Federal Rehabilitation Act

The Federal Rehabilitation Act prohibits employers from discriminating against employees because they have cancer, but it only applies to employees of the federal government, as well as private and public employers who receive public funds.


Fertility Preservation

A procedure used to help keep a person’s ability to have children. A fertility preservation procedure is done before a medical treatment that may cause infertility, such as radiation therapy or chemotherapy.


Five-Year Survival Rate

A figure that explains the percentage of patients with a specific cancer who are still alive five years after diagnosis, adjusted for their representation in the general population.


Genetic Counseling

Working with a genetic counselor to understand personal and family risk of genetic disorders associated with cancer. 


Genetic Testing

Analyzing cells or tissue to look for changes in genes, chromosomes, or proteins that may be a sign of a disease or condition, such as cancer.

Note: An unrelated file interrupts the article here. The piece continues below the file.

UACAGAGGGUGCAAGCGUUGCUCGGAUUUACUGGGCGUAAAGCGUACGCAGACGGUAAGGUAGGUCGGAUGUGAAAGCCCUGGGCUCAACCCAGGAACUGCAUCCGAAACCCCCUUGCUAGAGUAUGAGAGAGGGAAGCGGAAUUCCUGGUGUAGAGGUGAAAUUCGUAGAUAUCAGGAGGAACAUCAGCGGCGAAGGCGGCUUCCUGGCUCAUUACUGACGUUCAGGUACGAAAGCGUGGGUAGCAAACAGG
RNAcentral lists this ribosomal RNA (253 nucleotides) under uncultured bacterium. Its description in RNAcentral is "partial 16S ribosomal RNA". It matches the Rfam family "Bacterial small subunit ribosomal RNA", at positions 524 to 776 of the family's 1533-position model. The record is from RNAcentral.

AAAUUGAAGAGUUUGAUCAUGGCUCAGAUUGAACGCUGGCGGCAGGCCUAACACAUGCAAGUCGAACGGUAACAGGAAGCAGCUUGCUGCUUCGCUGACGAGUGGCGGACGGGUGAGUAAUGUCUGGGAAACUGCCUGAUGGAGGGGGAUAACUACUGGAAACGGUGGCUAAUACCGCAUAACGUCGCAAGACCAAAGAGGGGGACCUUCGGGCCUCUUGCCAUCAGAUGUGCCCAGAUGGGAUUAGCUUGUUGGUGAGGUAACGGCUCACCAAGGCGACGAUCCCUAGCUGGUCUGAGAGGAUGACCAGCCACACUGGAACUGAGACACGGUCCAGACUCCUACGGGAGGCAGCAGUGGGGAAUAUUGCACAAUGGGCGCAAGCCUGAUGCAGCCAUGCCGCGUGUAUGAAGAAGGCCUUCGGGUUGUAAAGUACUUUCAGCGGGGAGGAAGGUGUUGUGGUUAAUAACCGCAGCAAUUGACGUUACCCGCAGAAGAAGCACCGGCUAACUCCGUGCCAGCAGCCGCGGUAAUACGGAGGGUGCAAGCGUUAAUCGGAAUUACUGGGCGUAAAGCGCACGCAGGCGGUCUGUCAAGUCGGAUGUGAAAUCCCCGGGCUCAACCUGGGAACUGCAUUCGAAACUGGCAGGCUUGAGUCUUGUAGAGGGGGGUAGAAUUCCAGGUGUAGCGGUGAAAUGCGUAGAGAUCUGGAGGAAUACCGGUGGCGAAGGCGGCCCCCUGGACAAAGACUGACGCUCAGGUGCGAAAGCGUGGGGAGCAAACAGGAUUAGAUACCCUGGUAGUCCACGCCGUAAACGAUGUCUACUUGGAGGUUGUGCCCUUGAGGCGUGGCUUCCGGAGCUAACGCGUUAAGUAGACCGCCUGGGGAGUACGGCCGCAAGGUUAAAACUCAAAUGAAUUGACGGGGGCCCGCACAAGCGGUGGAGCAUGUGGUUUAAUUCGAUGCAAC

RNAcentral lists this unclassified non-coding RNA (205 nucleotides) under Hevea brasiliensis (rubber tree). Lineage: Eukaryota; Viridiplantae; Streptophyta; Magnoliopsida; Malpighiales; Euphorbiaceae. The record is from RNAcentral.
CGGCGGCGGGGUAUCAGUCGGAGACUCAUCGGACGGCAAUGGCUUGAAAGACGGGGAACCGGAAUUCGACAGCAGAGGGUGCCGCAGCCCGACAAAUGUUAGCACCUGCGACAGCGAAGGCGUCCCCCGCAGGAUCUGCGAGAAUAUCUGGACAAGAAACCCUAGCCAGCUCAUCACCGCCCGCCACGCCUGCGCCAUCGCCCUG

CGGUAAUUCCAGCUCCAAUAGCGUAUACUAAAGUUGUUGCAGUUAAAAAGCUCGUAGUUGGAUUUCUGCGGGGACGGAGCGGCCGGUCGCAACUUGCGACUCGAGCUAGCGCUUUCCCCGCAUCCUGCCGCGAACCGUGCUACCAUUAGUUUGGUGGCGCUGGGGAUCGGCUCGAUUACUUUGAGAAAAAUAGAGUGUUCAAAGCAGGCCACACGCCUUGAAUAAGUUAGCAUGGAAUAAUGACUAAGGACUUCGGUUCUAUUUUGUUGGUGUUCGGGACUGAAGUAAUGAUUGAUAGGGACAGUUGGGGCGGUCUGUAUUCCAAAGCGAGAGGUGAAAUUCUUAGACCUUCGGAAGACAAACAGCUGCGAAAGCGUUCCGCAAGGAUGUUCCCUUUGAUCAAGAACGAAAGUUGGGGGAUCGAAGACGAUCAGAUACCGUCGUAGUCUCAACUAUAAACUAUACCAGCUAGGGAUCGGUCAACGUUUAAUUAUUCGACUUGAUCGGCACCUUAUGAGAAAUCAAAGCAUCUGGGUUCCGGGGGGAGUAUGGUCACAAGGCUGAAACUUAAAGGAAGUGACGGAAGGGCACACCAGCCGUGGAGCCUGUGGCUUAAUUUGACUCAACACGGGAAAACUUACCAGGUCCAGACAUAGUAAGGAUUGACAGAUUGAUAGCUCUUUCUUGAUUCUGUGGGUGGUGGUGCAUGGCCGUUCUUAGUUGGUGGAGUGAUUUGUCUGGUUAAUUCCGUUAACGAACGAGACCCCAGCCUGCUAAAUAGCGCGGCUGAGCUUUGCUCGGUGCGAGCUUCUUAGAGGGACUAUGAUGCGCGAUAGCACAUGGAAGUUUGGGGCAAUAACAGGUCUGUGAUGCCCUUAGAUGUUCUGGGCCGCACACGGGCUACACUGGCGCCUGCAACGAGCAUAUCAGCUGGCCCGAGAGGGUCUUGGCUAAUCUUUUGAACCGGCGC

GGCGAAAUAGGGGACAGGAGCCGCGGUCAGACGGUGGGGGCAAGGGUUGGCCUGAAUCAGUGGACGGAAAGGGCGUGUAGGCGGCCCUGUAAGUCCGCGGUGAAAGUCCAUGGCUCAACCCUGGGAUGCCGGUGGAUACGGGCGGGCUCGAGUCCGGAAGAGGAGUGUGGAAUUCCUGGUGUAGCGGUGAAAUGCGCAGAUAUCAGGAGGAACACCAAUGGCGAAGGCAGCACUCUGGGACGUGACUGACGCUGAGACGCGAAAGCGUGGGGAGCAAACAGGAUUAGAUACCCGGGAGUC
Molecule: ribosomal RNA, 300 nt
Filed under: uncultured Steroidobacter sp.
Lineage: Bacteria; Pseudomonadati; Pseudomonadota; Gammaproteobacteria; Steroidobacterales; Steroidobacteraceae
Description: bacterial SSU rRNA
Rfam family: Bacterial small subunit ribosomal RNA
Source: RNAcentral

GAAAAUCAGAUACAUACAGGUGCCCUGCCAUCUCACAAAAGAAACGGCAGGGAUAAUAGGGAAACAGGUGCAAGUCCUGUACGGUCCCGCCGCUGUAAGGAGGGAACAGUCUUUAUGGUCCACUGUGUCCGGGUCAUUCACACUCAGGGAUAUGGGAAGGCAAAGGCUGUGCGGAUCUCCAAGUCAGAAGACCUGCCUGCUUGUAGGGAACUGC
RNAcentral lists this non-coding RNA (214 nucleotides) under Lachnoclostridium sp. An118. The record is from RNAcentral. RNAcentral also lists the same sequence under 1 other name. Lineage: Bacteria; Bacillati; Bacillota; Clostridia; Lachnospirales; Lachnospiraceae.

A description of a tumor based on how abnormal the cancer cells and tissue look under a microscope and how quickly the cancer cells are likely to grow and spread.



A program offering physical, emotional, social, and spiritual support for patients who are near the end of life and have stopped treatment to cure or control their disease. The main goal of hospice care is to control pain and other symptoms of illness so people with cancer can be as comfortable and alert as possible.


Immune Adjuvant

A drug that stimulates the immune system to respond to disease.



Having a weakened immune system, resulting in a reduced ability to fight infections and other diseases.



A type of therapy that uses substances to stimulate or suppress the immune system to help the body fight cancer, infection, and other diseases.



The number of new cases of a disease diagnosed each year.


Informed Consent

A process in which patients are given important information, including possible risks and benefits, about a medical procedure or treatment, genetic testing, or a clinical trial.


In Situ

When cancer is found only in the place it started and has not spread.


Integrative Medicine

Combining conventional (standard) medical treatment with complementary and alternative therapies that have been shown to work.